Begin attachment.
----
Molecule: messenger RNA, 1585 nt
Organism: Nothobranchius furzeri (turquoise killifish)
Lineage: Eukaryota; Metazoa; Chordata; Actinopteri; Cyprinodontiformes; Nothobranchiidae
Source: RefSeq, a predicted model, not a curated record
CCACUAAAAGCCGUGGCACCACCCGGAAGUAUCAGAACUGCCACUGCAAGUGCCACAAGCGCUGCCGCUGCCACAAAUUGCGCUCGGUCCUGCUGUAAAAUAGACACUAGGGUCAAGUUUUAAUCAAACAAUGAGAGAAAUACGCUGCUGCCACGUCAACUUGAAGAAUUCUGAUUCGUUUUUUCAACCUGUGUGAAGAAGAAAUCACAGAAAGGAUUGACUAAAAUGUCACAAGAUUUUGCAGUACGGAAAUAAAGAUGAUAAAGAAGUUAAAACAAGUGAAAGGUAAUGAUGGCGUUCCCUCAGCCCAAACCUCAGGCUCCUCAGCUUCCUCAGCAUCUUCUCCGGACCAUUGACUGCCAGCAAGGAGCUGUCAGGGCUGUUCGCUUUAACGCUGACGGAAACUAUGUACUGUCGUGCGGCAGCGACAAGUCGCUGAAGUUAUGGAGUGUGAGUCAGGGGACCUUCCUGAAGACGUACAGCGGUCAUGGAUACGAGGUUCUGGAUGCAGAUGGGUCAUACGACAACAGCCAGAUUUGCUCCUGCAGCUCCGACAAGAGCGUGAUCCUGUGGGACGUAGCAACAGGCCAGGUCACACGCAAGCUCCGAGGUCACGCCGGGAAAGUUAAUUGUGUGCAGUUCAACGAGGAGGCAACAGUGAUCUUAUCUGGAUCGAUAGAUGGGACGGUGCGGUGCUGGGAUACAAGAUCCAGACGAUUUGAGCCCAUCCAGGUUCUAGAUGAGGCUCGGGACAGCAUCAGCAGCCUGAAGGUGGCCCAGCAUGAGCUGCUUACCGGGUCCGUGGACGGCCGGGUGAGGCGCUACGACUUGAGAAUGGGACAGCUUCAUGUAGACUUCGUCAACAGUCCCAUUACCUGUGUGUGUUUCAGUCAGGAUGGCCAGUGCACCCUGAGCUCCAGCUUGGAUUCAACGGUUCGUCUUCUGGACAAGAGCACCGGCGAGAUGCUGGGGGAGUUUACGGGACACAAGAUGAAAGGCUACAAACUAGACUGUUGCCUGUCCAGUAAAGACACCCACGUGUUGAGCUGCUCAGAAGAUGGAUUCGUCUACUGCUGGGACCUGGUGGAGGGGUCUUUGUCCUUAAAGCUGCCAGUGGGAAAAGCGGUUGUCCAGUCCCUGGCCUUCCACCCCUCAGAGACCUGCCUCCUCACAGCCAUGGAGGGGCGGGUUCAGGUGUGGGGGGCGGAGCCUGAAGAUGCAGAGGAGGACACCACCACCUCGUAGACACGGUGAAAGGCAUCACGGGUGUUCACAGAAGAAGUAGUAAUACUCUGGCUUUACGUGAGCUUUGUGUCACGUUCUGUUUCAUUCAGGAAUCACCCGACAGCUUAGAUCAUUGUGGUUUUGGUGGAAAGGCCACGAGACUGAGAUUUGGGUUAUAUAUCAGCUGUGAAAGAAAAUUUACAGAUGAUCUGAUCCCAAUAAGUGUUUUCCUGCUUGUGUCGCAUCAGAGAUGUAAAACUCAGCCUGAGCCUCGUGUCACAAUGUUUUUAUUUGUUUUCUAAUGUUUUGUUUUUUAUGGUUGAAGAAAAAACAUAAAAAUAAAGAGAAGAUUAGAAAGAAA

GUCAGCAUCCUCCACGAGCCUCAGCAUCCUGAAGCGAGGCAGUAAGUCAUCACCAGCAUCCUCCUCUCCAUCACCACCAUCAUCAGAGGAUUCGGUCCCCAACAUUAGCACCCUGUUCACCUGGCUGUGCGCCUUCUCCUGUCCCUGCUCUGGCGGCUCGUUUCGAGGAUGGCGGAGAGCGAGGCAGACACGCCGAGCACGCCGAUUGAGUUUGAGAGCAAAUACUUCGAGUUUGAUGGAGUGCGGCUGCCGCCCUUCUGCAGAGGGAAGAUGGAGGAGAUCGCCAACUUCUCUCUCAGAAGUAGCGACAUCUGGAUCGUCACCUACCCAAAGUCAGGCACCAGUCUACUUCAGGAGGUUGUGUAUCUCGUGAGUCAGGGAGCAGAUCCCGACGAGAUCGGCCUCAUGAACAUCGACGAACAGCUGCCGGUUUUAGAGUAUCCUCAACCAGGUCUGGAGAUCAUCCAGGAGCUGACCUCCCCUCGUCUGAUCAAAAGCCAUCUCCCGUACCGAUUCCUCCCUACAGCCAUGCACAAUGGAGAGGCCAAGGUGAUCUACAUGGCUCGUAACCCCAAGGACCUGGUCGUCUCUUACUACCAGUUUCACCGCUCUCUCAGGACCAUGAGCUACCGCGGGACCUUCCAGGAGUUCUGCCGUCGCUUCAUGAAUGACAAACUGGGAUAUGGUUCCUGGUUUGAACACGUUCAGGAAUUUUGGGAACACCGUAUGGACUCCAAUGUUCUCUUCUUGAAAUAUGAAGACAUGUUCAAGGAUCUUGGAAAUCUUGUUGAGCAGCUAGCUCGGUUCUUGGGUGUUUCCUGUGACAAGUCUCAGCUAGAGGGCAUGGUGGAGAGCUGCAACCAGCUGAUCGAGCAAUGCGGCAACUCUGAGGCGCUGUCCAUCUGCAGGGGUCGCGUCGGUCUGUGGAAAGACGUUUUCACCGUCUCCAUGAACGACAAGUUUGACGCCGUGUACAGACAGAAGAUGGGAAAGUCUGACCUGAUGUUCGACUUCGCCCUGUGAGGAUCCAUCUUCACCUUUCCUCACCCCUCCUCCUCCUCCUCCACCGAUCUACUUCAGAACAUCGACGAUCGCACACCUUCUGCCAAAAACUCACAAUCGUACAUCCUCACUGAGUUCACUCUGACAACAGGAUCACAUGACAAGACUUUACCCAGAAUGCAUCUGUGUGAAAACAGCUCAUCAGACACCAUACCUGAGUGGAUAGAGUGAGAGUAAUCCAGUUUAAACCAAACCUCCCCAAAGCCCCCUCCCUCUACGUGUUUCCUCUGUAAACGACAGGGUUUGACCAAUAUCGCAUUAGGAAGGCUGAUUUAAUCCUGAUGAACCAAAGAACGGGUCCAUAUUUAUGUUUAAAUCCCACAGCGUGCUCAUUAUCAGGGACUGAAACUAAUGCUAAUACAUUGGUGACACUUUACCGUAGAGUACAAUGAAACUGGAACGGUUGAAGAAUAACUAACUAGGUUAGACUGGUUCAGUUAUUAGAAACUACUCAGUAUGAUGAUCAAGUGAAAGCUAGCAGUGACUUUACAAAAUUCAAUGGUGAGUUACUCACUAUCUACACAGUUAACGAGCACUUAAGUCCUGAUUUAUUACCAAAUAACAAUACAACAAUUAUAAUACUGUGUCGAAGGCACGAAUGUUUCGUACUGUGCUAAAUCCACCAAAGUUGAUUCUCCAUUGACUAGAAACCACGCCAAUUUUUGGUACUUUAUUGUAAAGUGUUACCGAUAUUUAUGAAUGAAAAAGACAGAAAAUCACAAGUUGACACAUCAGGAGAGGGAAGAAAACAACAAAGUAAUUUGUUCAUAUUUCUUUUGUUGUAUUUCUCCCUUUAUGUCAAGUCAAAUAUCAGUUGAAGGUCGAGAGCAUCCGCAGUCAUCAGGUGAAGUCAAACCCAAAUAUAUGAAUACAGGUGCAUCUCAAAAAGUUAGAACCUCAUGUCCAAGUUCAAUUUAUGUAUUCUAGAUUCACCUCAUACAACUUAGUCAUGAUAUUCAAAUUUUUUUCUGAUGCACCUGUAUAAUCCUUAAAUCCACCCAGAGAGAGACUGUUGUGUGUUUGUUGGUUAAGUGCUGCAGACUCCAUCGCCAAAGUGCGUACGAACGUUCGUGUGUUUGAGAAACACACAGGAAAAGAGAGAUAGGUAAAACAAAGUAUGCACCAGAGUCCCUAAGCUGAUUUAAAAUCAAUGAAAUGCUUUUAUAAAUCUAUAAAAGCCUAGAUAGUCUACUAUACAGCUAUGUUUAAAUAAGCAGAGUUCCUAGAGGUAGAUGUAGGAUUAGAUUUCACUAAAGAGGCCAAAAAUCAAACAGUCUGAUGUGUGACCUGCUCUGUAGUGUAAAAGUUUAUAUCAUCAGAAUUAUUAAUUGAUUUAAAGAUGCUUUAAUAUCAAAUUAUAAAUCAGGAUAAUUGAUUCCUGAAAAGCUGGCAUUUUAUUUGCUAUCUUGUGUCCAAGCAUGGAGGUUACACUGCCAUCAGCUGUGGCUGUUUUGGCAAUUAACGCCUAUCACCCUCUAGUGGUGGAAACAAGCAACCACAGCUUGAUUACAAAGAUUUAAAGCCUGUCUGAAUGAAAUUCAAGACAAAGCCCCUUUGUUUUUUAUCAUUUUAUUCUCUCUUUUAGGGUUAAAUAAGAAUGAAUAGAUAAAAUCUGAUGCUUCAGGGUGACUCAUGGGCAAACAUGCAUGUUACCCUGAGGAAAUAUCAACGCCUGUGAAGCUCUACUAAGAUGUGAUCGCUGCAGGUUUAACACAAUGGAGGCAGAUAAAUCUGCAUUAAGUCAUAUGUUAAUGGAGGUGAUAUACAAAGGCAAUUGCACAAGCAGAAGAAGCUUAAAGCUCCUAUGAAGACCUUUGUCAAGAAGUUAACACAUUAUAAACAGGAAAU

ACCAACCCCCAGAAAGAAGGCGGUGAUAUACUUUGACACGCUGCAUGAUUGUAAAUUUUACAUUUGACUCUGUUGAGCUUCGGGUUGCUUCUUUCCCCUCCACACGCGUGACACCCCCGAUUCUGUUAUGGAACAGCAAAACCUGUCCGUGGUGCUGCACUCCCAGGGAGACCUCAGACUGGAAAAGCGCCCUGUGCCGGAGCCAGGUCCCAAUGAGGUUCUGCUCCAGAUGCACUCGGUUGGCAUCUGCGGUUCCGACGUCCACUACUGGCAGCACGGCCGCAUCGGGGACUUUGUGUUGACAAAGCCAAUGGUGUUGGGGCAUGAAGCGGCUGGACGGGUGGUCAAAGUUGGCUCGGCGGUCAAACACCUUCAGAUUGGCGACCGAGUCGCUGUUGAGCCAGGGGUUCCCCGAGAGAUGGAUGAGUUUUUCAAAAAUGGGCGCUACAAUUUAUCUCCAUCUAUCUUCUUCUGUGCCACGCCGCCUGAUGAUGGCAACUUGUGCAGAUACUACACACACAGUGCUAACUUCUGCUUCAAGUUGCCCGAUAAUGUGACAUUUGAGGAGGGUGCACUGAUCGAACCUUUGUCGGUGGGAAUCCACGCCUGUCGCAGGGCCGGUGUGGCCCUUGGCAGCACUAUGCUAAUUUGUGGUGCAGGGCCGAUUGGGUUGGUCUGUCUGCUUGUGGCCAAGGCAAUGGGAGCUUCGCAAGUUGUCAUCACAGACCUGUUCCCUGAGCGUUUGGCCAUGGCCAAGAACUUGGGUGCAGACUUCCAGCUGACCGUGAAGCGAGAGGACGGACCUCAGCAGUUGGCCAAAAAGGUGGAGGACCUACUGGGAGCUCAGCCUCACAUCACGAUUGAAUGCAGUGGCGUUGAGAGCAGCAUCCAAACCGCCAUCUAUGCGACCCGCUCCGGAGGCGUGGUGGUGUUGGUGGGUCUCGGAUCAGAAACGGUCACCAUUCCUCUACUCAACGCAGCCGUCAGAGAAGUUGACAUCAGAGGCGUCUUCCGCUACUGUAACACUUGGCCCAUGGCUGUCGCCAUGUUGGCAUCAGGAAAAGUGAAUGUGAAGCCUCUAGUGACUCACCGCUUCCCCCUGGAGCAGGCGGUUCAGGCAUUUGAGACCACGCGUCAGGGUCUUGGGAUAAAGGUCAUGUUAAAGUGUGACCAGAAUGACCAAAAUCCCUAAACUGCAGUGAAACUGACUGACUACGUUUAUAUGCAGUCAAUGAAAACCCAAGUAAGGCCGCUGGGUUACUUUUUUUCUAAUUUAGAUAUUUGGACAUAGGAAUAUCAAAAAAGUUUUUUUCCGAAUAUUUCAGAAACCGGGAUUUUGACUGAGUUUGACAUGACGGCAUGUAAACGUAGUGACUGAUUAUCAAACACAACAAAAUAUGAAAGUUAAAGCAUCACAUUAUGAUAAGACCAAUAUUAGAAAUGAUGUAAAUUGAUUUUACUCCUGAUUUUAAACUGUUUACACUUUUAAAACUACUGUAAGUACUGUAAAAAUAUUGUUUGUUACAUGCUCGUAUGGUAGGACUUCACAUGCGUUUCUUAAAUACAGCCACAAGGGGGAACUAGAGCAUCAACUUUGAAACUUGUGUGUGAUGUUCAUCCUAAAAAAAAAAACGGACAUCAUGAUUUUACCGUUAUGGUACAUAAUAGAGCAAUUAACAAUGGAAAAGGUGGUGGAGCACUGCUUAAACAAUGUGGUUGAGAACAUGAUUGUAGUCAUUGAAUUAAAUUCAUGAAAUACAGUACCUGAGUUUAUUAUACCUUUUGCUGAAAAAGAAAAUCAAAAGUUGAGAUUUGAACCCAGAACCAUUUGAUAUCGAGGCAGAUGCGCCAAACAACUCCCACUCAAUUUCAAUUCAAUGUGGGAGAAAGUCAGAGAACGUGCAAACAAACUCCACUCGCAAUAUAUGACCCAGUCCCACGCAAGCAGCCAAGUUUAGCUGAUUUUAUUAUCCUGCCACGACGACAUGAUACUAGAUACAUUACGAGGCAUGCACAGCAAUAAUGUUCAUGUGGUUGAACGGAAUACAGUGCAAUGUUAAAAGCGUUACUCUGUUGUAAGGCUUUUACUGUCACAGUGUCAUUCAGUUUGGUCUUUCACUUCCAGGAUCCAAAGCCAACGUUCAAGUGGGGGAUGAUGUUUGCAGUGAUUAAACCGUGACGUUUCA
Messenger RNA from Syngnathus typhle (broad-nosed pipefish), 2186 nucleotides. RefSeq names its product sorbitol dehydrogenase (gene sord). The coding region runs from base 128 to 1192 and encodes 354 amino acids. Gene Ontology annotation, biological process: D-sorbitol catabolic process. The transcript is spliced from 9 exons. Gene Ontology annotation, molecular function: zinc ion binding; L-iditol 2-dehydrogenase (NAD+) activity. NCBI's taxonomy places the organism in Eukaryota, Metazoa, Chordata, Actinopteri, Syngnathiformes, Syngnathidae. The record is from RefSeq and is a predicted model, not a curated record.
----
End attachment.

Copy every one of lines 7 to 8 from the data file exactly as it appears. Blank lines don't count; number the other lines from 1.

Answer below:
ACCAACCCCCAGAAAGAAGGCGGUGAUAUACUUUGACACGCUGCAUGAUUGUAAAUUUUACAUUUGACUCUGUUGAGCUUCGGGUUGCUUCUUUCCCCUCCACACGCGUGACACCCCCGAUUCUGUUAUGGAACAGCAAAACCUGUCCGUGGUGCUGCACUCCCAGGGAGACCUCAGACUGGAAAAGCGCCCUGUGCCGGAGCCAGGUCCCAAUGAGGUUCUGCUCCAGAUGCACUCGGUUGGCAUCUGCGGUUCCGACGUCCACUACUGGCAGCACGGCCGCAUCGGGGACUUUGUGUUGACAAAGCCAAUGGUGUUGGGGCAUGAAGCGGCUGGACGGGUGGUCAAAGUUGGCUCGGCGGUCAAACACCUUCAGAUUGGCGACCGAGUCGCUGUUGAGCCAGGGGUUCCCCGAGAGAUGGAUGAGUUUUUCAAAAAUGGGCGCUACAAUUUAUCUCCAUCUAUCUUCUUCUGUGCCACGCCGCCUGAUGAUGGCAACUUGUGCAGAUACUACACACACAGUGCUAACUUCUGCUUCAAGUUGCCCGAUAAUGUGACAUUUGAGGAGGGUGCACUGAUCGAACCUUUGUCGGUGGGAAUCCACGCCUGUCGCAGGGCCGGUGUGGCCCUUGGCAGCACUAUGCUAAUUUGUGGUGCAGGGCCGAUUGGGUUGGUCUGUCUGCUUGUGGCCAAGGCAAUGGGAGCUUCGCAAGUUGUCAUCACAGACCUGUUCCCUGAGCGUUUGGCCAUGGCCAAGAACUUGGGUGCAGACUUCCAGCUGACCGUGAAGCGAGAGGACGGACCUCAGCAGUUGGCCAAAAAGGUGGAGGACCUACUGGGAGCUCAGCCUCACAUCACGAUUGAAUGCAGUGGCGUUGAGAGCAGCAUCCAAACCGCCAUCUAUGCGACCCGCUCCGGAGGCGUGGUGGUGUUGGUGGGUCUCGGAUCAGAAACGGUCACCAUUCCUCUACUCAACGCAGCCGUCAGAGAAGUUGACAUCAGAGGCGUCUUCCGCUACUGUAACACUUGGCCCAUGGCUGUCGCCAUGUUGGCAUCAGGAAAAGUGAAUGUGAAGCCUCUAGUGACUCACCGCUUCCCCCUGGAGCAGGCGGUUCAGGCAUUUGAGACCACGCGUCAGGGUCUUGGGAUAAAGGUCAUGUUAAAGUGUGACCAGAAUGACCAAAAUCCCUAAACUGCAGUGAAACUGACUGACUACGUUUAUAUGCAGUCAAUGAAAACCCAAGUAAGGCCGCUGGGUUACUUUUUUUCUAAUUUAGAUAUUUGGACAUAGGAAUAUCAAAAAAGUUUUUUUCCGAAUAUUUCAGAAACCGGGAUUUUGACUGAGUUUGACAUGACGGCAUGUAAACGUAGUGACUGAUUAUCAAACACAACAAAAUAUGAAAGUUAAAGCAUCACAUUAUGAUAAGACCAAUAUUAGAAAUGAUGUAAAUUGAUUUUACUCCUGAUUUUAAACUGUUUACACUUUUAAAACUACUGUAAGUACUGUAAAAAUAUUGUUUGUUACAUGCUCGUAUGGUAGGACUUCACAUGCGUUUCUUAAAUACAGCCACAAGGGGGAACUAGAGCAUCAACUUUGAAACUUGUGUGUGAUGUUCAUCCUAAAAAAAAAAACGGACAUCAUGAUUUUACCGUUAUGGUACAUAAUAGAGCAAUUAACAAUGGAAAAGGUGGUGGAGCACUGCUUAAACAAUGUGGUUGAGAACAUGAUUGUAGUCAUUGAAUUAAAUUCAUGAAAUACAGUACCUGAGUUUAUUAUACCUUUUGCUGAAAAAGAAAAUCAAAAGUUGAGAUUUGAACCCAGAACCAUUUGAUAUCGAGGCAGAUGCGCCAAACAACUCCCACUCAAUUUCAAUUCAAUGUGGGAGAAAGUCAGAGAACGUGCAAACAAACUCCACUCGCAAUAUAUGACCCAGUCCCACGCAAGCAGCCAAGUUUAGCUGAUUUUAUUAUCCUGCCACGACGACAUGAUACUAGAUACAUUACGAGGCAUGCACAGCAAUAAUGUUCAUGUGGUUGAACGGAAUACAGUGCAAUGUUAAAAGCGUUACUCUGUUGUAAGGCUUUUACUGUCACAGUGUCAUUCAGUUUGGUCUUUCACUUCCAGGAUCCAAAGCCAACGUUCAAGUGGGGGAUGAUGUUUGCAGUGAUUAAACCGUGACGUUUCA
Messenger RNA from Syngnathus typhle (broad-nosed pipefish), 2186 nucleotides. RefSeq names its product sorbitol dehydrogenase (gene sord). The coding region runs from base 128 to 1192 and encodes 354 amino acids. Gene Ontology annotation, biological process: D-sorbitol catabolic process. The transcript is spliced from 9 exons. Gene Ontology annotation, molecular function: zinc ion binding; L-iditol 2-dehydrogenase (NAD+) activity. NCBI's taxonomy places the organism in Eukaryota, Metazoa, Chordata, Actinopteri, Syngnathiformes, Syngnathidae. The record is from RefSeq and is a predicted model, not a curated record.